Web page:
The continuation of Day 1 saw me boarding a flight from JFK to London Heathrow airport. I was especially looking forward to this flight because it would be my first on American’s new 777-300ER. American Airlines debuted this plane and it’s new lie-flat business class seats earlier this year and I’ve been looking forward to an opportunity to fly it.
The unfortunate part was that I would be on a red-eye to London. Most people who don’t fly frequently think of London and Europe as far away places. In reality, if you live on the East coast it’s quicker to get to London or even Rome than it is to get to Hawaii. And, the flight to London is about the same length of time as a flight from my home airport of IAD to Seattle. Since this was a rather short international flight and I knew I had a busy few days ahead of me, I chose to sleep on my flight instead of enjoying the meal service.
I boarded my flight early so I’d have some time to explore the new seat a bit. The business class cabin is set up in a 1-2-1 configuration, meaning every seat has direct aisle access. All the seats are the same size but I can easily say I enjoyed my window seat more than the center seats. In this seat, I was diagonally pointed towards the window so unless I turned my head I felt like I was in my own mini-cabin, not able to see anyone else. Plus, the 2 center seats share a bit of space whereas my window seat had a bit of extra space beyond my table that went to good use. Unless traveling with a companion the window seats seem like the obvious choice.
I was in the back third of the Business Class cabin and the service seemed a bit slower back there for the short period I was awake. I’m hoping to get one of the seats in the smaller forward Business Class cabin for my return flight to see if there’s a noticeable difference.
The first impression I got when I got to my seat was that everything was very well laid out. There’s a sizable cabinet with headphones and an amenity kit. There are well-marked buttons for seat controls and lighting as well as a universal outlet for charging plus a USB charger. The armrest is fairly removed from the seat itself and stores handily. Flight attendants instructed us to make sure it was down for take-off. I never found a need to have it up so it stayed there for the entire flight.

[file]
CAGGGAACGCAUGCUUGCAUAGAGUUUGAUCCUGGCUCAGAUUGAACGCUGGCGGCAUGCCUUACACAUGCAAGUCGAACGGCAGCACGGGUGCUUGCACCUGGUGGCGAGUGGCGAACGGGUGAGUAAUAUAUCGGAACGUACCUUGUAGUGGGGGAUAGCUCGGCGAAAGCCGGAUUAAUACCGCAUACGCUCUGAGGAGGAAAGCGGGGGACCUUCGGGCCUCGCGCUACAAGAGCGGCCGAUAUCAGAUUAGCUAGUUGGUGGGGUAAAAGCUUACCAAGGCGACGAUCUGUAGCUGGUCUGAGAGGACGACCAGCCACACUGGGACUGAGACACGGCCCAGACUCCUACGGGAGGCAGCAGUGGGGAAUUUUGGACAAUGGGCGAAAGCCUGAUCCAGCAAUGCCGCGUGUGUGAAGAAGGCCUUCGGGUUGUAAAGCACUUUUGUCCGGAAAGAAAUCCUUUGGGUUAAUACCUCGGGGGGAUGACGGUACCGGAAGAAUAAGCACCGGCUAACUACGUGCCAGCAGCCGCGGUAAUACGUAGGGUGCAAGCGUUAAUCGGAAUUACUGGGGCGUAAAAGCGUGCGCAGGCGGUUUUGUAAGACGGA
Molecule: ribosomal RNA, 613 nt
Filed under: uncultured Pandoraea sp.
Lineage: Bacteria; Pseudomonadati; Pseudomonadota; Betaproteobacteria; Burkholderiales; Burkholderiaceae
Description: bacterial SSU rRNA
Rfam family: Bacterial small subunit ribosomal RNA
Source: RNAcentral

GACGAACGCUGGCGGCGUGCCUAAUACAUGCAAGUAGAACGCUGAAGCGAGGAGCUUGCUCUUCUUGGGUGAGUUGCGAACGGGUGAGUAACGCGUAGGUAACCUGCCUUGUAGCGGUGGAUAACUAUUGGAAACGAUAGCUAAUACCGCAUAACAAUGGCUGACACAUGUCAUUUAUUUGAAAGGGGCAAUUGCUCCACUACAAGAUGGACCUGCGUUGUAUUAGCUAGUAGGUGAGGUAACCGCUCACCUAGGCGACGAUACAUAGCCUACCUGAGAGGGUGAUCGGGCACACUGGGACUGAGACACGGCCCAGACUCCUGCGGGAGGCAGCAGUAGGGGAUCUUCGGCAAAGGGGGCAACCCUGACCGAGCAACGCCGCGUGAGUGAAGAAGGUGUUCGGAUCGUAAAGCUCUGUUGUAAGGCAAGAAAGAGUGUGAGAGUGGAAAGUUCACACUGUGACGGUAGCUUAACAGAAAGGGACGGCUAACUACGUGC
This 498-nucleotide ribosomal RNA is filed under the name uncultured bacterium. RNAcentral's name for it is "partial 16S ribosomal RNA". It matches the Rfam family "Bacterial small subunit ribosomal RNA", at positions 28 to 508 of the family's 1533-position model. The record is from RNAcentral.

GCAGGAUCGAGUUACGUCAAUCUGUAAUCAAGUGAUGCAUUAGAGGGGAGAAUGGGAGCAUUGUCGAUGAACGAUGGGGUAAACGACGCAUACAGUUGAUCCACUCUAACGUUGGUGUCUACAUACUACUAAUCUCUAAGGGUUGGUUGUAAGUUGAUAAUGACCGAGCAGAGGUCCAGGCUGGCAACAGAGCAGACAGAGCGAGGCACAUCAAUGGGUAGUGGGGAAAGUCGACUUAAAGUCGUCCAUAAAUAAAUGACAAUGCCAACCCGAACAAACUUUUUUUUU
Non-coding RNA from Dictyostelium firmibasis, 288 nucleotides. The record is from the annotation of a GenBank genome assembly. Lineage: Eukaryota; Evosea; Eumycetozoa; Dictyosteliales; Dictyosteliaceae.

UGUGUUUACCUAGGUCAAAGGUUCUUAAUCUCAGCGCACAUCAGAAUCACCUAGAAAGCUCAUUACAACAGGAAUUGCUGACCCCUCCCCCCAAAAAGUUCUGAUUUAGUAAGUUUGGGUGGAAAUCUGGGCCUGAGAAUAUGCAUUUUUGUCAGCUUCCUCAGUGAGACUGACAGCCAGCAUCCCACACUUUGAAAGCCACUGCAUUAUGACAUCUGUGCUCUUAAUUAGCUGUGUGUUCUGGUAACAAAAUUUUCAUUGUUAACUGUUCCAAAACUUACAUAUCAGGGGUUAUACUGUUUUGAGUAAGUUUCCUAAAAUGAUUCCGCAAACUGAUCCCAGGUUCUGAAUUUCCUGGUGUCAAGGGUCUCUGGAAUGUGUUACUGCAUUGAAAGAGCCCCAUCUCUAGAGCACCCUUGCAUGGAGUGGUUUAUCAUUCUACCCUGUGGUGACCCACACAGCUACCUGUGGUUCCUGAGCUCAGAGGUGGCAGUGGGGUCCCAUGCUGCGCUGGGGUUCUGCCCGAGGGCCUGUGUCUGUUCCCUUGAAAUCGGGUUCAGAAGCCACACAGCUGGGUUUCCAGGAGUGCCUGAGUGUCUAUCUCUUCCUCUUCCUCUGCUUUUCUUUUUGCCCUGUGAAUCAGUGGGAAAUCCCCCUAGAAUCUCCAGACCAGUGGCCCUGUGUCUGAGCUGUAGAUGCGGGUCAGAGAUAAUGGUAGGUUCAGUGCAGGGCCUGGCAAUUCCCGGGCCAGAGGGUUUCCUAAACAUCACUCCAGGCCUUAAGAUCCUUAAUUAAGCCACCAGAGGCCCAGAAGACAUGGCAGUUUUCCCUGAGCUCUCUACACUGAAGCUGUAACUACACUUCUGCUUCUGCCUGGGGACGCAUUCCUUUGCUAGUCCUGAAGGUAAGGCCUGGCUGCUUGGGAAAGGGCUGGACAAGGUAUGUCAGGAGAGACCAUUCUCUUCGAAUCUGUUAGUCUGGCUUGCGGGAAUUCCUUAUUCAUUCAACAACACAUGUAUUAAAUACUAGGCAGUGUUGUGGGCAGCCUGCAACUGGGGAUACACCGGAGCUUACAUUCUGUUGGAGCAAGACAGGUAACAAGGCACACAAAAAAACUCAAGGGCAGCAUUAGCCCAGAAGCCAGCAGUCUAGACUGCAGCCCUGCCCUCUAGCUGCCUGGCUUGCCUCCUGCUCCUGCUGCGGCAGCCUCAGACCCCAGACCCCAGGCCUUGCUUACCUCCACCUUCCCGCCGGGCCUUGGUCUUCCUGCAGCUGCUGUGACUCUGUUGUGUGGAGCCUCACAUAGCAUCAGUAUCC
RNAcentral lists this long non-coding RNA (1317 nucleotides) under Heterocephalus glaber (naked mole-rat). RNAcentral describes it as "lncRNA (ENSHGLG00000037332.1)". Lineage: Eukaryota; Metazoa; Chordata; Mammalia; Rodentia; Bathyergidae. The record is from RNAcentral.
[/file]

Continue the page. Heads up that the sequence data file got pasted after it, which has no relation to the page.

The in-flight entertainment screen stows with the use of a push-button as well. The screen has decent resolution and the touch capacity is responsive, though I still prefer my iPad for entertainment purposes. One of the few flaws I found in the design is that the screen needs to be stowed for landing which technically means you can’t keep watching a movie during final approach. Not a big deal but some may find this annoying. The headphones supplied use a 3-prong jack. They’re standard Bose noise cancelling headphones that fit over your ears. I did see adaptors being requested by some passengers and supplied by the crew in case you bring your own headphones. The jack location is in the small closet in a bit of a tough spot to reach. It’s actually easier to plug the headphones in while standing than sitting. Once they’re plugged in though, it’s easy to close the closet door with the cable fitting in a convenient slot.
The seat easily folds down into a lie-flat bed with a quick touch of a button and slides back into an upright seat just as easily. Unlike the United BusinessFirst lie-flat seats, I didn’t feel cramped around the shoulders or feet in this seat while lying down. I’m not a big guy but I definitely felt the difference in this seat. My slumber was a bit restless but certainly better than any slanted Business Class seat I’ve experienced. When I did need to readjust I found it easy to do so with plenty of room. I didn’t plan well and forgot that there wouldn’t be pajamas in Business Class so I’ll need to remember that for the future.
While I didn’t end up dining I did take pictures of the menu for those interested in what was being served.
I awoke a bit before final descent and couldn’t even manage to squeeze a glass of OJ out of the crew. I don’t think it’s fair to judge the service on this flight based on two short interactions, but it did feel a bit rushed/understaffed when I did ask a few questions.
The landing and deplaning was easy and I was off to customs. Since it was now 7:45 in the morning local time, this was/is semi-officially day 2. I was hopping off the plane 13.5 hours after my trip started. That’s a lot longer than it would have taken if I flew direct to LHR, but price and the desire to try the new 777-300ER necessitated this structure. Next post, clearing transfers at London Heathrow and my first experience at the new T5.